The 41-unit Maple Knoll apartments at Maple and Blake streets in Lewiston was built in the 1890s.

LEWISTON — The city is seeking a large federal grant that would address housing and other issues in the poorest areas of downtown Lewiston, and neighborhood advocates say the funds could go a long way toward implementing goals they’ve had for years. 

If successful in its bid, Lewiston could receive $1.3 million from the U.S. Department of Housing & Urban Development and what’s known as a Choice Neighborhood Planning and Action Grant. The city council approved the application last week, and will commit $237,500 in local Community Development Block Grant funds during implementation if the grant is successful. 

The city hopes the funding can lead to long-term changes in the downtown neighborhood, where nearly half of residents live below the federal poverty level. According to 2015 census figures, the median family incomes in downtown census tracts 201 and 203, are $12,417 and $16,047, respectively. 

The main purpose of the funds is to plan and execute major housing improvements in the downtown “Tree Streets” neighborhood, a 12-block section that intersects each downtown census tract. The majority of the funds would go toward renovating or replacing affordable housing units, while also developing new, market-rate units. 

The grant process is competitive however, and there’s no guarantee Lewiston will receive funding. The city could also be awarded a $350,000 planning grant that would help lay the framework. 

Shanna Cox, founder of Project Tipping Point in Lewiston, said Tuesday that even if the city doesn’t receive the full grant funding, she believes the downtown is “set up for success.” 


Cox is also coordinator for the Healthy Neighborhoods Planning Council, which is named the “governance structure” in the grant application. The group, which includes a city staff member, has been working since 2012 to identify the single biggest issue that impacts health. Following hundreds of meetings with residents and other members of the community, both in Lewiston and Auburn, it was no surprise that housing was chosen.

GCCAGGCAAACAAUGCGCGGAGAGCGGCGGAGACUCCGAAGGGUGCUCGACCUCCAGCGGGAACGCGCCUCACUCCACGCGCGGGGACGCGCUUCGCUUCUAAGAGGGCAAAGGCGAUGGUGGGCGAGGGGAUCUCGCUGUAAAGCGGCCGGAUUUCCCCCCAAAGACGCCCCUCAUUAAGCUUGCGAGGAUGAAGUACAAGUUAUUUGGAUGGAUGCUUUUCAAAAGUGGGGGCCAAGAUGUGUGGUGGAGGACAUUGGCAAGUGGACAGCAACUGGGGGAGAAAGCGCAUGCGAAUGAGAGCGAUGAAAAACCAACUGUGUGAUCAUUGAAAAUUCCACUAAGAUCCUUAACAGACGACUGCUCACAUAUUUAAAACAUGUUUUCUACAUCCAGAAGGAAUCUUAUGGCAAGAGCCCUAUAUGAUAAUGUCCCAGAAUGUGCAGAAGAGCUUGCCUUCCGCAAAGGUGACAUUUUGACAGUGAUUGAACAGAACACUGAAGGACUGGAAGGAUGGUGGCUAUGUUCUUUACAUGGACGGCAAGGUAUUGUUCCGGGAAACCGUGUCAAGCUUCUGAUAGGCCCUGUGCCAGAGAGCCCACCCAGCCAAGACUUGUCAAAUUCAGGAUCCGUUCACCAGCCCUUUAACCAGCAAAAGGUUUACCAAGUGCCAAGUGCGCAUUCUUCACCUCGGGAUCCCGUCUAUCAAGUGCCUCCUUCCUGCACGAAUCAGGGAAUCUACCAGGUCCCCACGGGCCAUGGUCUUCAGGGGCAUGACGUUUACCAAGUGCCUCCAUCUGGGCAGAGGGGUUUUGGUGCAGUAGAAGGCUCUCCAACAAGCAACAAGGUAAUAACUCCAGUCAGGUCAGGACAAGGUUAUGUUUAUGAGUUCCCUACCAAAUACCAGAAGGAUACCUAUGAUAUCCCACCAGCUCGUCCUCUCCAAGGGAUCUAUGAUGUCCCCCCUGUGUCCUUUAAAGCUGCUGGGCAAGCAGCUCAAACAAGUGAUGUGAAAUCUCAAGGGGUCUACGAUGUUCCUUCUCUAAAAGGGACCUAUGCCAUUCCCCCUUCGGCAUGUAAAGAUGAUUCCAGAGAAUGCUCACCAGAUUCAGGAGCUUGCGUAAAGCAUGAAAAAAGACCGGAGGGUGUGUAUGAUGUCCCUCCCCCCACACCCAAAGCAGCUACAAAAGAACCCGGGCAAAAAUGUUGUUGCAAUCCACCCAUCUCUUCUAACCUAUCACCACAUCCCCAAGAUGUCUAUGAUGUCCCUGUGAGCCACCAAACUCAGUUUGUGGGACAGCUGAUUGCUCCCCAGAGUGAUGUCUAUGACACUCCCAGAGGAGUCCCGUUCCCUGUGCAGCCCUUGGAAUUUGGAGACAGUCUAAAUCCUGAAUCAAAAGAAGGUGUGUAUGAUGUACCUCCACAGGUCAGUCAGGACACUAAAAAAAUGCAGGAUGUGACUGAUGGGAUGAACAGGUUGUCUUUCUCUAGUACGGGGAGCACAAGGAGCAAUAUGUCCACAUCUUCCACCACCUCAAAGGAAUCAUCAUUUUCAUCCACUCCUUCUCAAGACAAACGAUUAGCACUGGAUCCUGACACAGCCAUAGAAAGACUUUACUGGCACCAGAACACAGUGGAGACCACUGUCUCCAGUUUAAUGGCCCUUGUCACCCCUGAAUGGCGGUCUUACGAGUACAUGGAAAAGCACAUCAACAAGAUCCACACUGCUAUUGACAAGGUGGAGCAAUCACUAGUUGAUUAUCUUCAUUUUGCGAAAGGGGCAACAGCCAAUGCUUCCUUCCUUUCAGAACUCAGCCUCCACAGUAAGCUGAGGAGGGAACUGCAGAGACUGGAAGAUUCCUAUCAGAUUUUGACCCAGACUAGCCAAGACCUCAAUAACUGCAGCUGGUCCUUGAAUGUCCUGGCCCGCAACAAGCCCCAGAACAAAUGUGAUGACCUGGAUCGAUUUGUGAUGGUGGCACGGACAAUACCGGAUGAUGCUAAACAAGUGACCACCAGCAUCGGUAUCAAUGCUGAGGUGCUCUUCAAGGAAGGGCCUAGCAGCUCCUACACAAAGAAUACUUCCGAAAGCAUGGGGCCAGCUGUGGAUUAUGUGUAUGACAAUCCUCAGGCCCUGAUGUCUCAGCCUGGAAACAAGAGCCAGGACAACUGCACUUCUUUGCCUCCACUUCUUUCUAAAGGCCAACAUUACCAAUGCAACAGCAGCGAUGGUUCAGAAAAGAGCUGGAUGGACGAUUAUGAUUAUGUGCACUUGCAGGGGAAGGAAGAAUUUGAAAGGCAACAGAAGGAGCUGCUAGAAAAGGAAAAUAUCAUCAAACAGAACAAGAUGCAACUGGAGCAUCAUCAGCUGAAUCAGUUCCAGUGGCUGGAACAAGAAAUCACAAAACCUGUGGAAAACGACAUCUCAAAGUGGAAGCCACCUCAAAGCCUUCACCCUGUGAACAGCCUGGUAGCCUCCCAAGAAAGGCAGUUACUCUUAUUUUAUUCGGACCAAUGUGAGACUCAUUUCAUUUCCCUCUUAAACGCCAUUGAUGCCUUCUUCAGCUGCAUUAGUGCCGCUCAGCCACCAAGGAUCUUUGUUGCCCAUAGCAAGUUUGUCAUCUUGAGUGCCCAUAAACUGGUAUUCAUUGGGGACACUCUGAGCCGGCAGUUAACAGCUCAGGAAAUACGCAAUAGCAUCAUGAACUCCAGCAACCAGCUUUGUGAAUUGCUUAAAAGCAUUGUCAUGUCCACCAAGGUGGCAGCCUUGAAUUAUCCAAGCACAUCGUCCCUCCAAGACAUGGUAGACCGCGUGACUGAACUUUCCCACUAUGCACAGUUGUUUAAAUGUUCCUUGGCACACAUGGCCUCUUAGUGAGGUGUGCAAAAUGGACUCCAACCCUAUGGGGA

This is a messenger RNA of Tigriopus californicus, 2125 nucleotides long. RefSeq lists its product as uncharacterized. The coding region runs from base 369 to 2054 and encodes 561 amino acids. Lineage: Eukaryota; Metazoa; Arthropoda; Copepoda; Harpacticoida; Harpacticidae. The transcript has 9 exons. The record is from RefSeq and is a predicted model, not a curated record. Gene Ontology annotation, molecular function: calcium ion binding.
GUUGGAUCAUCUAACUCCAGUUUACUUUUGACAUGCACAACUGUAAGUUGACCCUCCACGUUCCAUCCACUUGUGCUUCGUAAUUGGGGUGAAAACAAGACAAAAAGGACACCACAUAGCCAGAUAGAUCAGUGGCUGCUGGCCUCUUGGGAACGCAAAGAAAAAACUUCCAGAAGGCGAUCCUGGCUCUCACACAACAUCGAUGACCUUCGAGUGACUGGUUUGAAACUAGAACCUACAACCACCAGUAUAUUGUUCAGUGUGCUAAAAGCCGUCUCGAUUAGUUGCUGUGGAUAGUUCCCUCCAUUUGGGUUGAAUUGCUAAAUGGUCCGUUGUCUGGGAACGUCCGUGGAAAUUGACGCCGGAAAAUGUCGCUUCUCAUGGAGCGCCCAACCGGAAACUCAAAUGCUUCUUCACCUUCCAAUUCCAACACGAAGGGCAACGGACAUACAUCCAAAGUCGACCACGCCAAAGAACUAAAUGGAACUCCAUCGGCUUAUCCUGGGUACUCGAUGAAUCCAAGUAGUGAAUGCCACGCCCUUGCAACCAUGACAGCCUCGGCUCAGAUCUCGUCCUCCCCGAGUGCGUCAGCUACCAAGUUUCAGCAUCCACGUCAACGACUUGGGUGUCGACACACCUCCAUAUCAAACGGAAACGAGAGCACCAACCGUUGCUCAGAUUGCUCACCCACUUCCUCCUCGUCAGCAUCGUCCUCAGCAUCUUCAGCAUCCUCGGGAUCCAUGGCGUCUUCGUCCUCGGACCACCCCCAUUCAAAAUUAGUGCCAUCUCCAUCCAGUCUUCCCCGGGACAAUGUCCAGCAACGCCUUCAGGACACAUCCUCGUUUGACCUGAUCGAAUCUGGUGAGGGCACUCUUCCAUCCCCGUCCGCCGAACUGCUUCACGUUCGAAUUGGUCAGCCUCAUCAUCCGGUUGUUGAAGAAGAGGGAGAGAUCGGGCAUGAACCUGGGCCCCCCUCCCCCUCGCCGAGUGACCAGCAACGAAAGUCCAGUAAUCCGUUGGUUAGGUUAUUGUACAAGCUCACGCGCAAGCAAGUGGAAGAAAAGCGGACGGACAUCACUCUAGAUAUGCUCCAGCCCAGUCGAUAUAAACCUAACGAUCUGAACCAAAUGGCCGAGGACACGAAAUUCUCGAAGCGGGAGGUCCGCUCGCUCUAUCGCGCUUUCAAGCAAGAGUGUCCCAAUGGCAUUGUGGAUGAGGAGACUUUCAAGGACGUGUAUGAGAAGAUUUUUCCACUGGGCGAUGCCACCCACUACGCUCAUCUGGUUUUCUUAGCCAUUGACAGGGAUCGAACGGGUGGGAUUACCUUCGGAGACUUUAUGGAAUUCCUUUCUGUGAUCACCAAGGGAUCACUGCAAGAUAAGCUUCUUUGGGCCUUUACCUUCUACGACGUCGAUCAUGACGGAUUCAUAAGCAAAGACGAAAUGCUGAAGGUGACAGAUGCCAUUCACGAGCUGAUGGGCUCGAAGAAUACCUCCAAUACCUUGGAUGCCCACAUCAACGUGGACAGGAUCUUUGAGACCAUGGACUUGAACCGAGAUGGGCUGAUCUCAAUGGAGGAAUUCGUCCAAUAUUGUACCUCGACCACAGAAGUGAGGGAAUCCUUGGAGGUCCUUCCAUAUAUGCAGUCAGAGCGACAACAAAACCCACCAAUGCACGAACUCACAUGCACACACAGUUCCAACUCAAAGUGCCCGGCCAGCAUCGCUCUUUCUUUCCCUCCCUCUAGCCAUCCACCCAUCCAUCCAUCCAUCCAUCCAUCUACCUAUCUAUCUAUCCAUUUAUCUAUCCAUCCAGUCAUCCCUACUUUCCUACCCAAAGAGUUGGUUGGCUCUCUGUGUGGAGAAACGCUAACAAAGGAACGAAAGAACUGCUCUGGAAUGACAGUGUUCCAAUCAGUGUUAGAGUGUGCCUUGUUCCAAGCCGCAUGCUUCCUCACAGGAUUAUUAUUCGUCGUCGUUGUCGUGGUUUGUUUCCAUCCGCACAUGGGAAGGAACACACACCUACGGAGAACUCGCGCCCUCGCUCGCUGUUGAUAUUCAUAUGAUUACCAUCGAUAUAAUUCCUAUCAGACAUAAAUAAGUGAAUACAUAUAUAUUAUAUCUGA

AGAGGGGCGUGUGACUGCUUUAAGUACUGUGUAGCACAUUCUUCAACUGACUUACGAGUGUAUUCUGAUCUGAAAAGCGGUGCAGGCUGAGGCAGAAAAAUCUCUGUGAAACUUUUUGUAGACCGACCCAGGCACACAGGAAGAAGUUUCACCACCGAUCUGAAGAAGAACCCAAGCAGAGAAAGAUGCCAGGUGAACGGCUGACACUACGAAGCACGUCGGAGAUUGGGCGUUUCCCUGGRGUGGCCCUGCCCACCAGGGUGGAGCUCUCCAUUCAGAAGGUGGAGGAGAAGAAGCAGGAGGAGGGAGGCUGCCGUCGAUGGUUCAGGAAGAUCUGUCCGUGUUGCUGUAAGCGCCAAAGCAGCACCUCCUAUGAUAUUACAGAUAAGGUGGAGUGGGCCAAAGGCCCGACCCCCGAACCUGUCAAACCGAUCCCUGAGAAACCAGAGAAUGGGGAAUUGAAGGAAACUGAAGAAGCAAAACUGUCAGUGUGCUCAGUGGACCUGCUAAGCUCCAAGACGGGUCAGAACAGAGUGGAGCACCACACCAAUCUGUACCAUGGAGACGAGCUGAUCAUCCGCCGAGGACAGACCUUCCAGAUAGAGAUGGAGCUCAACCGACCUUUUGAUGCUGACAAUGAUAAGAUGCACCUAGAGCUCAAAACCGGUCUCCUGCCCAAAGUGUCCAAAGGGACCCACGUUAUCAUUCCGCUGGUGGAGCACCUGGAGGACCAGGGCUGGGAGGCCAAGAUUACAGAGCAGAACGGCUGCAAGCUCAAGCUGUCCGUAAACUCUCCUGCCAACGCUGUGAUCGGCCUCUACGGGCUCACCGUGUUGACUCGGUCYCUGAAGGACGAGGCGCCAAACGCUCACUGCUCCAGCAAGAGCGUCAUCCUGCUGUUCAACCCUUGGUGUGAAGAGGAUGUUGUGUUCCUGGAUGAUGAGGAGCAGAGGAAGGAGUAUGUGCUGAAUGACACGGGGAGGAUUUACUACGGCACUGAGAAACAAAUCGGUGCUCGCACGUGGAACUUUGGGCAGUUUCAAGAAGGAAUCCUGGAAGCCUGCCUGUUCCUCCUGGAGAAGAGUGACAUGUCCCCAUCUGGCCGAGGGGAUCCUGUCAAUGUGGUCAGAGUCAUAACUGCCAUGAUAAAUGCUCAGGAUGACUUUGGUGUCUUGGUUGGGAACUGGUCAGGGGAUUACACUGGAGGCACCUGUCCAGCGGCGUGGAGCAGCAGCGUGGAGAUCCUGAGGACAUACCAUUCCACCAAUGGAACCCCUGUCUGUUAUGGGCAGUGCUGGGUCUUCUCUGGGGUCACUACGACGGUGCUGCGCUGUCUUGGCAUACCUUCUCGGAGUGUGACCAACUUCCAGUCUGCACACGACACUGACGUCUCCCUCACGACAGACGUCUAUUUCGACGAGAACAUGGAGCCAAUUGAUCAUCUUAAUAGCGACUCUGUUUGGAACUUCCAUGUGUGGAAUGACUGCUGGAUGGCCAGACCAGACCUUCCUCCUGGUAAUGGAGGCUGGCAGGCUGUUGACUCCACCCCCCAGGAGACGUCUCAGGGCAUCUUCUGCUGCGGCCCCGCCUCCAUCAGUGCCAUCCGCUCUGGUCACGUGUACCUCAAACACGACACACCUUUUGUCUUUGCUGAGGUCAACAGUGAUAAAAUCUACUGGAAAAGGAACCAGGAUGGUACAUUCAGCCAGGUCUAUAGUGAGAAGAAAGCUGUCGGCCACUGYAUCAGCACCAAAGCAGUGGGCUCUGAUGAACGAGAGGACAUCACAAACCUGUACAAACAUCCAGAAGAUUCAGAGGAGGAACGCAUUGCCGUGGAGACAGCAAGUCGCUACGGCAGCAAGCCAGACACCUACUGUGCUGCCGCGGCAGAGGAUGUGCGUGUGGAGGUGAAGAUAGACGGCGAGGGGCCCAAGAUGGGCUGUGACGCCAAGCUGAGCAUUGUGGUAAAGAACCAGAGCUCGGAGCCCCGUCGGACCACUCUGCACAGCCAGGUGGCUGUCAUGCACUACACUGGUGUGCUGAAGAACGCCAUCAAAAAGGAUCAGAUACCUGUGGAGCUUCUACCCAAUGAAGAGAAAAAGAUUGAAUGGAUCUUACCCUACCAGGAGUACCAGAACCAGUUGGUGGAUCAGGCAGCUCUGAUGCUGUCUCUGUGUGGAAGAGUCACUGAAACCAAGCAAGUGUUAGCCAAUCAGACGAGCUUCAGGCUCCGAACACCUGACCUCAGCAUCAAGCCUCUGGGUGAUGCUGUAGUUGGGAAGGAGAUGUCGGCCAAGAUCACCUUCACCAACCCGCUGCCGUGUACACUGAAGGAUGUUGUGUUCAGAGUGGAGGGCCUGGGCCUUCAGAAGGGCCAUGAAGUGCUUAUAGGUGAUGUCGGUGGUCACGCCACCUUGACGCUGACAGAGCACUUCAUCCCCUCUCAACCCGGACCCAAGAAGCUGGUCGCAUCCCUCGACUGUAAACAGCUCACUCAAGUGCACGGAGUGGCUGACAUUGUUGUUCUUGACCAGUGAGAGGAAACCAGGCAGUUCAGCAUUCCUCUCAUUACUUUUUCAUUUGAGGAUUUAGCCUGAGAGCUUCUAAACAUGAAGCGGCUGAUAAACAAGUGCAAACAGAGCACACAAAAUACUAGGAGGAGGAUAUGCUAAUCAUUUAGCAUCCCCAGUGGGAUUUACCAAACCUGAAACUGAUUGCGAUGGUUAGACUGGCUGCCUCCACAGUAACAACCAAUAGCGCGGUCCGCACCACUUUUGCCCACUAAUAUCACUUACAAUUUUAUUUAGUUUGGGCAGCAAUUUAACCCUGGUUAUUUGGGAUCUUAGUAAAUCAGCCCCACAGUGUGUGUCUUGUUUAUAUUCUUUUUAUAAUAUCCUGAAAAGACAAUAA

That includes factors like affordable, lead-free housing, access to medical care, safe places to play, and access to food, employment and schools, she said. 

“What’s in your housing and just outside of your housing are going to either contribute to or keep you from being healthy,” she said. 

Right now, she said, all stakeholders involved in the health of the downtown neighborhoods, including city staff, are working toward the same goals. That wasn’t always the case, she added. 

Neighborhood challenges

The city’s language on the application attempts to paint a picture of the major issues and opportunities for the neighborhood.


According to the city’s application, the downtown has a population of 10,904 in 4,832 households. Despite only having 30 percent of the city’s population, it is home to 56 percent of people of a race other than Caucasian, and 58 percent of city residents in poverty. 

It also states that the unemployment rate of 14.6 percent downtown is two-and-a-half times that of the rest of the city. The percentage of children under five in the downtown tracts is greater than any other tract in the state. 

To be eligible to apply for a Choice Neighborhood Planning and Action Grant, a “distressed” public housing project must be identified that has a property owner who is willing to sell or reinvest in the building in order to to bring it up to quality standards.

Lincoln Jeffers, Lewiston’s director of economic and community development, said identifying a housing project that fit the application criteria is what kept the city from applying in the past. But, he said, through the help of a consultant working with the John T. Gorman Foundation, which has also been a continued partner downtown, the city was able to locate a project. 

The consultant, Chris Shea, has applied for and run Choice Planning and Implementation grants previously in Baltimore and currently in Pittsburgh.